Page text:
Don’t Let Injuries Skyrocket
“Hey! Watch this!”, famous last words before throwing the lighter instead of the firecracker leading to tears, a blistered hand and a paranoid father who thought small fireworks were harmless. According the Consumer Product Safety Commission 2019 Fireworks Annual Report, there were an estimated 800 emergency department-treated injuries associated with firecrackers. Of these, an estimated 24 percent were associated with small firecrackers, 16 percent with large firecrackers, 3 percent with illegal firecrackers, and the remaining 57 percent were associated with firecrackers of an unspecified size. The parts of the body most often injured were hands and fingers (an estimated 30 percent); legs (an estimated 23 percent); eyes (an estimated 15 percent); head, face, and ears (an estimated 15 percent); and arms (an estimated 10 percent) with burns being the most common injury.
Here are a few tips from the Consumer Product Safety Commission to make your holiday fire season just a little safer:
- Never allow young children to play with or ignite fireworks.
- Avoid buying fireworks that are packaged in brown paper because this is often a sign that the fireworks were made for professional displays and that they could pose a danger to consumers.
- Always have an adult supervise fireworks activities. Parents don't realize that young children suffer injuries from sparklers. Sparklers burn at temperatures of about 2,000 degrees - hot enough to melt some metals.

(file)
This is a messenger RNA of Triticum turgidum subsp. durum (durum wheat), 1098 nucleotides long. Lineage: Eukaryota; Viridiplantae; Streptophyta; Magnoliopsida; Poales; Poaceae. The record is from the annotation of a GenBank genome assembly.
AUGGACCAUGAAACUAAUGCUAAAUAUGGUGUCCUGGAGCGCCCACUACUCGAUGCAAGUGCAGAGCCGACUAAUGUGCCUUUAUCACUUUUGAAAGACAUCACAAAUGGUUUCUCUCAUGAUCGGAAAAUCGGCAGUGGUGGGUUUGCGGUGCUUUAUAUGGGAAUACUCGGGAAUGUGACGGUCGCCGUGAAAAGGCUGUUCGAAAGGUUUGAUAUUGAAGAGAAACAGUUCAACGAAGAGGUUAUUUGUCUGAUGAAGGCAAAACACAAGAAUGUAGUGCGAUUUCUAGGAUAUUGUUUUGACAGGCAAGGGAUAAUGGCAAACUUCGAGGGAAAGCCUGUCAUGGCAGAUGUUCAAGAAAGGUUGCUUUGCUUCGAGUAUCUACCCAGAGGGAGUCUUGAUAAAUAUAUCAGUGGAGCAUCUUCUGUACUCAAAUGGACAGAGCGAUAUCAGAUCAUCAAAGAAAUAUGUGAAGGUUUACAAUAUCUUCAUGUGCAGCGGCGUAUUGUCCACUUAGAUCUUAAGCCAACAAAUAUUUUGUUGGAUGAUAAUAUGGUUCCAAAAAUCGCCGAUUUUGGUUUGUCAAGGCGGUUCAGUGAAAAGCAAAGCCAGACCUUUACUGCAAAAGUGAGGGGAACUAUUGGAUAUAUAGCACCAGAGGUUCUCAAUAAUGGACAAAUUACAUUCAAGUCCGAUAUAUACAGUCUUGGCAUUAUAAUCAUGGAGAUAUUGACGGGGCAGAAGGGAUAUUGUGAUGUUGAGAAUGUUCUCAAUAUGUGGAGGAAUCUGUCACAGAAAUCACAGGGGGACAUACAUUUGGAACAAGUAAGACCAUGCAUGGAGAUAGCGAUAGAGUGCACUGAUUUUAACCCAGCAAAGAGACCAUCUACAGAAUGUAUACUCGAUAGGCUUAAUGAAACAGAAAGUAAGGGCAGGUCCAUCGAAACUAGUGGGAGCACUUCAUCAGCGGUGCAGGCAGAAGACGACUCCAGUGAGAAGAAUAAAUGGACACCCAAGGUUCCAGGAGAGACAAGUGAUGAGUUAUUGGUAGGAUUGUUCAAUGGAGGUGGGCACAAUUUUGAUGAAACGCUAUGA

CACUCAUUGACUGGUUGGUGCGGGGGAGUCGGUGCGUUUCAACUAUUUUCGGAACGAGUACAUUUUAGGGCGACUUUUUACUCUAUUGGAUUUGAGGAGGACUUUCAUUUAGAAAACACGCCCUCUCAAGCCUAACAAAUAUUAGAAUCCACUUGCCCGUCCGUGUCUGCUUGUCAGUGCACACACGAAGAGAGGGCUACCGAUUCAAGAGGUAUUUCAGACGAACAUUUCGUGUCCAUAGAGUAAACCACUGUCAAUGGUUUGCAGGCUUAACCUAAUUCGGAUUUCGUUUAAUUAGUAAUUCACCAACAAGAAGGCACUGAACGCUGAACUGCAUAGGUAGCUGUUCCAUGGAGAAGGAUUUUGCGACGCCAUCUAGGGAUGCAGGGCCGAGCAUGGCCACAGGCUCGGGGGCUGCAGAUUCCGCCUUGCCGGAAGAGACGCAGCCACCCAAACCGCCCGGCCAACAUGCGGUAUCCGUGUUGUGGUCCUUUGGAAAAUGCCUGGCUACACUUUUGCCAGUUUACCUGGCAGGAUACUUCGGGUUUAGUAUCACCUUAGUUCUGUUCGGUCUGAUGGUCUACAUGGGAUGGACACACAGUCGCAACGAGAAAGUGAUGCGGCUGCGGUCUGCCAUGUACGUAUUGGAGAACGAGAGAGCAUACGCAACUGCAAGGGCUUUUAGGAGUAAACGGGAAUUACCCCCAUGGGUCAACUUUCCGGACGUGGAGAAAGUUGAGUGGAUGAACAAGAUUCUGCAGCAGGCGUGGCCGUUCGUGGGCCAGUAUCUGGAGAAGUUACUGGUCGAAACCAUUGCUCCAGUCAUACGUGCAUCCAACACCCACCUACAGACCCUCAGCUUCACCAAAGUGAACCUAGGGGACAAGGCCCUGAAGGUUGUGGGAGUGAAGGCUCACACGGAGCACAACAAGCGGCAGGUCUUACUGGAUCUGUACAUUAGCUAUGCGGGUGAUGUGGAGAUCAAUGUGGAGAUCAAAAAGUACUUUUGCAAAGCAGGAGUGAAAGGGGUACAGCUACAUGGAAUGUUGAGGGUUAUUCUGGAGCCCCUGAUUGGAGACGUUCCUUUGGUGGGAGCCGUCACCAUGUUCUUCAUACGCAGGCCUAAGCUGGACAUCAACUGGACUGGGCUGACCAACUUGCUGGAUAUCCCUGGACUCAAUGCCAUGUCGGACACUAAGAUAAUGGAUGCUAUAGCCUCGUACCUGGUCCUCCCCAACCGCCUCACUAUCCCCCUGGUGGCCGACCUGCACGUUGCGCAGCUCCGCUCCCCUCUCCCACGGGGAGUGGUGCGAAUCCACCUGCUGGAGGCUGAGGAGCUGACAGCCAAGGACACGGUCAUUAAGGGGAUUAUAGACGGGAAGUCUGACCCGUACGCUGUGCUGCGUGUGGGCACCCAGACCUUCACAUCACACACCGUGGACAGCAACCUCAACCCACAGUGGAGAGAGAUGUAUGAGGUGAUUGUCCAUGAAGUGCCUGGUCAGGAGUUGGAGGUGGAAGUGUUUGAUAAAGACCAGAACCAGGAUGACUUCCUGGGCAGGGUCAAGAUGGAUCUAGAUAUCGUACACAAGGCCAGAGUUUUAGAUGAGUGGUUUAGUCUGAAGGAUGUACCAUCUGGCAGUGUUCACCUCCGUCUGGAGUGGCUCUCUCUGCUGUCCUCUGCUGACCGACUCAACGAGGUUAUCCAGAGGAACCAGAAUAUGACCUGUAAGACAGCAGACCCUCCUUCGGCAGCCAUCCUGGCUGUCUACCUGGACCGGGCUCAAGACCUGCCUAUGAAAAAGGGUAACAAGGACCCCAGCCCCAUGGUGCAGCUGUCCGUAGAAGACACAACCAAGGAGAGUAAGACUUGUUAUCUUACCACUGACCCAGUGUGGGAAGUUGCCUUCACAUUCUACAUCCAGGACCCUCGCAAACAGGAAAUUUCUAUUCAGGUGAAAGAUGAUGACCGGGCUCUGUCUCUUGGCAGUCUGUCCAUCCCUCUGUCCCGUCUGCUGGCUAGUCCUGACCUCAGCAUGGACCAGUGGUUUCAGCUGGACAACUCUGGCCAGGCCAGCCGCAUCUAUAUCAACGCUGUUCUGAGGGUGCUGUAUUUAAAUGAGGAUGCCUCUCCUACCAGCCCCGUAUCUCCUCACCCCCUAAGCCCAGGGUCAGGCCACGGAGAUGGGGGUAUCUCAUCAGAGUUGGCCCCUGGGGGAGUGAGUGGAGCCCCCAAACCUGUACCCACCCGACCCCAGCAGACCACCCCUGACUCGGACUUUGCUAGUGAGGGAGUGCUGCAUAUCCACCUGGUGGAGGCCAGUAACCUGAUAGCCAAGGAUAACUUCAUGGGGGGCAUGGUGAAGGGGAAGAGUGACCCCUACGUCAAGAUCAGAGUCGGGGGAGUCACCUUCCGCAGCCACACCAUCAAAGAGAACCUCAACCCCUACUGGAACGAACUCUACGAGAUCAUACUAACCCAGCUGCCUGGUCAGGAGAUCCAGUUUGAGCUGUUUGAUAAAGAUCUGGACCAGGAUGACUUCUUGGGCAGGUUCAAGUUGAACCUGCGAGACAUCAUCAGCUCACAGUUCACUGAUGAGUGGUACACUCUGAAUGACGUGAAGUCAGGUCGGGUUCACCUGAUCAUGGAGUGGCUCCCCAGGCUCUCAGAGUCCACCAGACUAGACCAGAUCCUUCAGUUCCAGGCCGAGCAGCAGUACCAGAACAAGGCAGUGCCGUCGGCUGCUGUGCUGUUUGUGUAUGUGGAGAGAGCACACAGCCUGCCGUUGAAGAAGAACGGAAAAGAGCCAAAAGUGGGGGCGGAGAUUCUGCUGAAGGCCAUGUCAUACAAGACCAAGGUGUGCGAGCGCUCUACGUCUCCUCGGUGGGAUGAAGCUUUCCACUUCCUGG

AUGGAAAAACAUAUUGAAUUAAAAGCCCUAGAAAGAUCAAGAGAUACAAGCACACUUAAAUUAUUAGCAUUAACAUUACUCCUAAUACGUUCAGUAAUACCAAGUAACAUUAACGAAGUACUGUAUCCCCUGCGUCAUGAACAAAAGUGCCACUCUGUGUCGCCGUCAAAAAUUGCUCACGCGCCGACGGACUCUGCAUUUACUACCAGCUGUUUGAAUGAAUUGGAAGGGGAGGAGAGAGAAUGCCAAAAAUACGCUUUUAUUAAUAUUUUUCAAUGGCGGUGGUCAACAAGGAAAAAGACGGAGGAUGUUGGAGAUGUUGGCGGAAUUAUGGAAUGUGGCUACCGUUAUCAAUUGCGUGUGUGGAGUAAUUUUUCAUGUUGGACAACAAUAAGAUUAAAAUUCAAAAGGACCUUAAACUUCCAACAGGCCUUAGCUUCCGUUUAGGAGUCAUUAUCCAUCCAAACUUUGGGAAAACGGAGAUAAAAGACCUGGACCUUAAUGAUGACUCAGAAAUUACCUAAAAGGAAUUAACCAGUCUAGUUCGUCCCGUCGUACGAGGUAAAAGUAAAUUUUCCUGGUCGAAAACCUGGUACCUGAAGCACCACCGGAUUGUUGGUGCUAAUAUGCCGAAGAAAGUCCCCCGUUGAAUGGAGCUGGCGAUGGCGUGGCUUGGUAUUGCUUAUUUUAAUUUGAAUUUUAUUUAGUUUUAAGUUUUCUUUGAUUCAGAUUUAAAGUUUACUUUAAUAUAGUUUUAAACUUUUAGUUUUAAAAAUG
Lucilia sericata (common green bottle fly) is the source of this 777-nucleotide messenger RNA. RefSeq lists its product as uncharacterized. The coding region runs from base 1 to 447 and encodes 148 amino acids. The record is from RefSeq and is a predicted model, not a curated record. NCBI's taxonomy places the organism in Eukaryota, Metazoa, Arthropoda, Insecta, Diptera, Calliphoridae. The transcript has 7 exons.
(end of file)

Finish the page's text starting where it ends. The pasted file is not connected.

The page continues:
- Never place any part of your body directly over a fireworks device when lighting the fuse. Back up to a safe distance immediately after lighting fireworks.
- Never try to re-light or pick-up fireworks that have not ignited fully.
- Never point or throw fireworks at another person.
- Keep a bucket of water or a garden hose handy in case of fire or other mishap.
- Light fireworks one at a time, then move back quickly.
- Never carry fireworks in a pocket or shoot them off in metal or glass containers.
- After fireworks complete their burning, douse the spent device with plenty of water from a bucket or hose before discarding it to prevent a trash fire.
- Make sure fireworks are legal in your area before buying or using them.